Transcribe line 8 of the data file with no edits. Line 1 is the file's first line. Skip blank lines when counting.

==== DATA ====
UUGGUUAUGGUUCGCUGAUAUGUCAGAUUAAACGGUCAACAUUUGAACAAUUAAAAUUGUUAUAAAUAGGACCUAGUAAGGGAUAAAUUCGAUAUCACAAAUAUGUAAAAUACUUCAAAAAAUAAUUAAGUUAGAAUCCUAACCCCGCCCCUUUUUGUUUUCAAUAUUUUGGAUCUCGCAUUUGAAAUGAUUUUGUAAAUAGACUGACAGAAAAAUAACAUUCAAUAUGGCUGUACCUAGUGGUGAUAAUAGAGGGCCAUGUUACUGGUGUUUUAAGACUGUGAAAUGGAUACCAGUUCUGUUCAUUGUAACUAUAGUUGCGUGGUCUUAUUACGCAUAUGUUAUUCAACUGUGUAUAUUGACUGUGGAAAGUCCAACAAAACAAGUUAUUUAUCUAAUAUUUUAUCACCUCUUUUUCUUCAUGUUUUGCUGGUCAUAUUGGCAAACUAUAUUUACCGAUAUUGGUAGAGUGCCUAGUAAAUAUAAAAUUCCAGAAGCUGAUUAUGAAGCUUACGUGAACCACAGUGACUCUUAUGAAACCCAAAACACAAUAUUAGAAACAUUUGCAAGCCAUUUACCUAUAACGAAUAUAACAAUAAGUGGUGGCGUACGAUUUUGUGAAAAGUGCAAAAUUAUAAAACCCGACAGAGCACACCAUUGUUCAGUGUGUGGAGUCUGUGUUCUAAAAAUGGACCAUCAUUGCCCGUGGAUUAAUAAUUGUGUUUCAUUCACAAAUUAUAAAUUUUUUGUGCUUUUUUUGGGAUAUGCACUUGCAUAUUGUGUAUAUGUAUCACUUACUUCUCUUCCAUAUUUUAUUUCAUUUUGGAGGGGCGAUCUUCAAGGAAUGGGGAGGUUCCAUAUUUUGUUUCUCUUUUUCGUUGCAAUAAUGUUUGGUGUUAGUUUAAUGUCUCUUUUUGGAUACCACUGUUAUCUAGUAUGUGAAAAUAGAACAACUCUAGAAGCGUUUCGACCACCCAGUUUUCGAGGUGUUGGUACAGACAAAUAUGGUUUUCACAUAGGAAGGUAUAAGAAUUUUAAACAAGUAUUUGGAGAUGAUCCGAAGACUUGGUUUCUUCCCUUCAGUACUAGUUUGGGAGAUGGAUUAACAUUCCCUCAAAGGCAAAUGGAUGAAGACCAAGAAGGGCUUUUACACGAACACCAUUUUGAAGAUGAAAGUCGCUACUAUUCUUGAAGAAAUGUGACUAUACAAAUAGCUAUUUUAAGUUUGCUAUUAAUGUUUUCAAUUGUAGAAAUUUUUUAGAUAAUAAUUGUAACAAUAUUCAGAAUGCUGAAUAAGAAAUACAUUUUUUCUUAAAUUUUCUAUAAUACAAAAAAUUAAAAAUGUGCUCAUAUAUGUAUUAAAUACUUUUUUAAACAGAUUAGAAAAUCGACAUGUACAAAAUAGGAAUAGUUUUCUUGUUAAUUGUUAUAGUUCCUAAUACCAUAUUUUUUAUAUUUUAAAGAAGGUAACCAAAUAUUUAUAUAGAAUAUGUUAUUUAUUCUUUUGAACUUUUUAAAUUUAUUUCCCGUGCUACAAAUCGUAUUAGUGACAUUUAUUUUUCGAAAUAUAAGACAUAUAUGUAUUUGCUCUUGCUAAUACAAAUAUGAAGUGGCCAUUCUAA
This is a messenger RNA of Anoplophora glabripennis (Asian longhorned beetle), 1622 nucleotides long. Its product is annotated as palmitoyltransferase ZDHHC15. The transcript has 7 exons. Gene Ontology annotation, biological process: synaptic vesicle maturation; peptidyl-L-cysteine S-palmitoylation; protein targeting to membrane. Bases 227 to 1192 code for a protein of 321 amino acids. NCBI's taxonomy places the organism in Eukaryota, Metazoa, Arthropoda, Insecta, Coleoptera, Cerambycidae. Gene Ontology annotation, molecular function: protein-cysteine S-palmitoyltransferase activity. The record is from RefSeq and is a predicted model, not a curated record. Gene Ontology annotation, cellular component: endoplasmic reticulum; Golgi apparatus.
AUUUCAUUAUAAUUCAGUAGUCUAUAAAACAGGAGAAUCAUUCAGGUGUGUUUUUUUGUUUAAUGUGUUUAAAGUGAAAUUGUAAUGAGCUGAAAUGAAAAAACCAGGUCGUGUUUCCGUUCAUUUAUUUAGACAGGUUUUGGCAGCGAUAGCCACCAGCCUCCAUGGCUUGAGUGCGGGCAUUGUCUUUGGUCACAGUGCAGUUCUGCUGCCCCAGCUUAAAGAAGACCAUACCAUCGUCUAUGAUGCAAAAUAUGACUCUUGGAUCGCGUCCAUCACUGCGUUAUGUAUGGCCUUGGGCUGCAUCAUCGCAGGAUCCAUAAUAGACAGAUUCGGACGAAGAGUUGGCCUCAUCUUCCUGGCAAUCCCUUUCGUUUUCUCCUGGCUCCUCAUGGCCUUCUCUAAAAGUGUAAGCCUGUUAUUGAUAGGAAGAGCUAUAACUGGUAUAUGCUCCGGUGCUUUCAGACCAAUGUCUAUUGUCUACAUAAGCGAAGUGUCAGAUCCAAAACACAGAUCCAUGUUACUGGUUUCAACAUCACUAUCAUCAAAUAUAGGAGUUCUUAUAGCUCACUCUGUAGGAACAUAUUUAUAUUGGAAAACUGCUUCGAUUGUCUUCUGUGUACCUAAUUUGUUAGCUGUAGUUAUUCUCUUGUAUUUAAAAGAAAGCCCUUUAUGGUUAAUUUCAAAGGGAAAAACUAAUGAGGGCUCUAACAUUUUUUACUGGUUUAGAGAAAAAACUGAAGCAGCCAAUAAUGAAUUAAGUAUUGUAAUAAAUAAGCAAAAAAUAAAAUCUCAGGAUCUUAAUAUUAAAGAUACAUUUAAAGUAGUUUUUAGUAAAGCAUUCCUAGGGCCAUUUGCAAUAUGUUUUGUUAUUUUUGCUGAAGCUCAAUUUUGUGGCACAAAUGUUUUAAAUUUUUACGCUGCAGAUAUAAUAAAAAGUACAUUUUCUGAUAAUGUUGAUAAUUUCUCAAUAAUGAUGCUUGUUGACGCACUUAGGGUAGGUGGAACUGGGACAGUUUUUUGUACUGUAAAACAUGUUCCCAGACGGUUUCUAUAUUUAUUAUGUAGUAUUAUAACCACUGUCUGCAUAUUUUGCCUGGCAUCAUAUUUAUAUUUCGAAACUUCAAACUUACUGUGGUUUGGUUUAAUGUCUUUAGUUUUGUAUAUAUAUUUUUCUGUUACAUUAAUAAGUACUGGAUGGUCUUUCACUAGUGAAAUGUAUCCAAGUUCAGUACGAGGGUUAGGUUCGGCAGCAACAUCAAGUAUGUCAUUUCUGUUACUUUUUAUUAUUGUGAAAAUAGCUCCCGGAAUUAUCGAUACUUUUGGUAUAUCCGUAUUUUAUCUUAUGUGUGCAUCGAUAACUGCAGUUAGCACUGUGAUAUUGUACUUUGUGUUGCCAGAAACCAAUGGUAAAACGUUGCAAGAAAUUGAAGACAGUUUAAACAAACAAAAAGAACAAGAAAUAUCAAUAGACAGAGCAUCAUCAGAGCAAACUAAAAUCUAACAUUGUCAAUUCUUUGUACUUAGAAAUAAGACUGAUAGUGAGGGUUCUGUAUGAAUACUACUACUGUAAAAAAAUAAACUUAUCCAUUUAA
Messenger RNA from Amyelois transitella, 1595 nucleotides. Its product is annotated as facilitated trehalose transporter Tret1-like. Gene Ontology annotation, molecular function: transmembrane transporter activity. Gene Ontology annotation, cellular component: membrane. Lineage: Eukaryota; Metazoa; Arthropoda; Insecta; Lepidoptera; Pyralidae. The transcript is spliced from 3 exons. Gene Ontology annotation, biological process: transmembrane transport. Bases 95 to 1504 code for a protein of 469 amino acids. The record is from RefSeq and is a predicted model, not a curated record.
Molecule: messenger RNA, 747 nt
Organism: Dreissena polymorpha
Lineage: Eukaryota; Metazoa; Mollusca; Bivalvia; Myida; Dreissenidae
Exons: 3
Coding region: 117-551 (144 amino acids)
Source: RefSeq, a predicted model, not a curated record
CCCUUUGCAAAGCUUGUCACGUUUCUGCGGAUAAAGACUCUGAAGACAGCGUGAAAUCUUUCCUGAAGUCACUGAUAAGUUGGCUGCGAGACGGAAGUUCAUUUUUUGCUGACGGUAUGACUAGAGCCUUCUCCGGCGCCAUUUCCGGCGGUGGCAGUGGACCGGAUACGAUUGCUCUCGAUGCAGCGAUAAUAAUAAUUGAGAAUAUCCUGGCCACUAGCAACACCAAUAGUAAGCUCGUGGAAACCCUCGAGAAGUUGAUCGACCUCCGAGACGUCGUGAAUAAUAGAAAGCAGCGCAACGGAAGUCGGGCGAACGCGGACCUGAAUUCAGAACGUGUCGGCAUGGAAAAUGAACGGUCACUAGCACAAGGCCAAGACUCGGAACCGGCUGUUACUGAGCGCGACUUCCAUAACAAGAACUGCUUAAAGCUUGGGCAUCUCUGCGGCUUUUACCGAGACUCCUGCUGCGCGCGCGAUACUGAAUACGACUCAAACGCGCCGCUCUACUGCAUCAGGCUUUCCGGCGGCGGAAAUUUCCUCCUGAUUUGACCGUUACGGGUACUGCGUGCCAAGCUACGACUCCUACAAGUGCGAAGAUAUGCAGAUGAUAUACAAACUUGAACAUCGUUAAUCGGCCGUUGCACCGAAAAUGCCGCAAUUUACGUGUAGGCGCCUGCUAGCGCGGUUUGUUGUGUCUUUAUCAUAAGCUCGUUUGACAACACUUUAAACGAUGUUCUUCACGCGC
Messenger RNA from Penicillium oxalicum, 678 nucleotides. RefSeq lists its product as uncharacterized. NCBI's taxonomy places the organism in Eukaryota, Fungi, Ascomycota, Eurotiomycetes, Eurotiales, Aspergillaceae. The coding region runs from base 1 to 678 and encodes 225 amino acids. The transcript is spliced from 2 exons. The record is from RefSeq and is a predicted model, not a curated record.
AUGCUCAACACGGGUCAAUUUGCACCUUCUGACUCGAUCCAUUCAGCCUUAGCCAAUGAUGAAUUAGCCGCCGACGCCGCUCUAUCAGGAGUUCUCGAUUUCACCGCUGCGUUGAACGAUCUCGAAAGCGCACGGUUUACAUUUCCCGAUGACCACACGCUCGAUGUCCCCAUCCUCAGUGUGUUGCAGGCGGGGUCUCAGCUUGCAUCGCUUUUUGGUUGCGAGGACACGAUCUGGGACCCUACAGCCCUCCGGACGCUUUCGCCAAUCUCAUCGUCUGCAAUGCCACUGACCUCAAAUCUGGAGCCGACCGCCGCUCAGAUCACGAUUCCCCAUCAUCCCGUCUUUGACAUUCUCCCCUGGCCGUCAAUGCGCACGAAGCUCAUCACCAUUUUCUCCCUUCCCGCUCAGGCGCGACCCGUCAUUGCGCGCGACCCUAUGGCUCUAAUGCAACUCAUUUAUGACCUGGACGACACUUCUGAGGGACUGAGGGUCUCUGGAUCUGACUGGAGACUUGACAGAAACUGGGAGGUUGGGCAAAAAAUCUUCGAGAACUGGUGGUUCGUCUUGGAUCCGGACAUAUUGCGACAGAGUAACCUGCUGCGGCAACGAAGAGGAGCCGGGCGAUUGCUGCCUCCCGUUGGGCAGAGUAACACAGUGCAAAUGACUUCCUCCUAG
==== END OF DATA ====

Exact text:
Exons: 3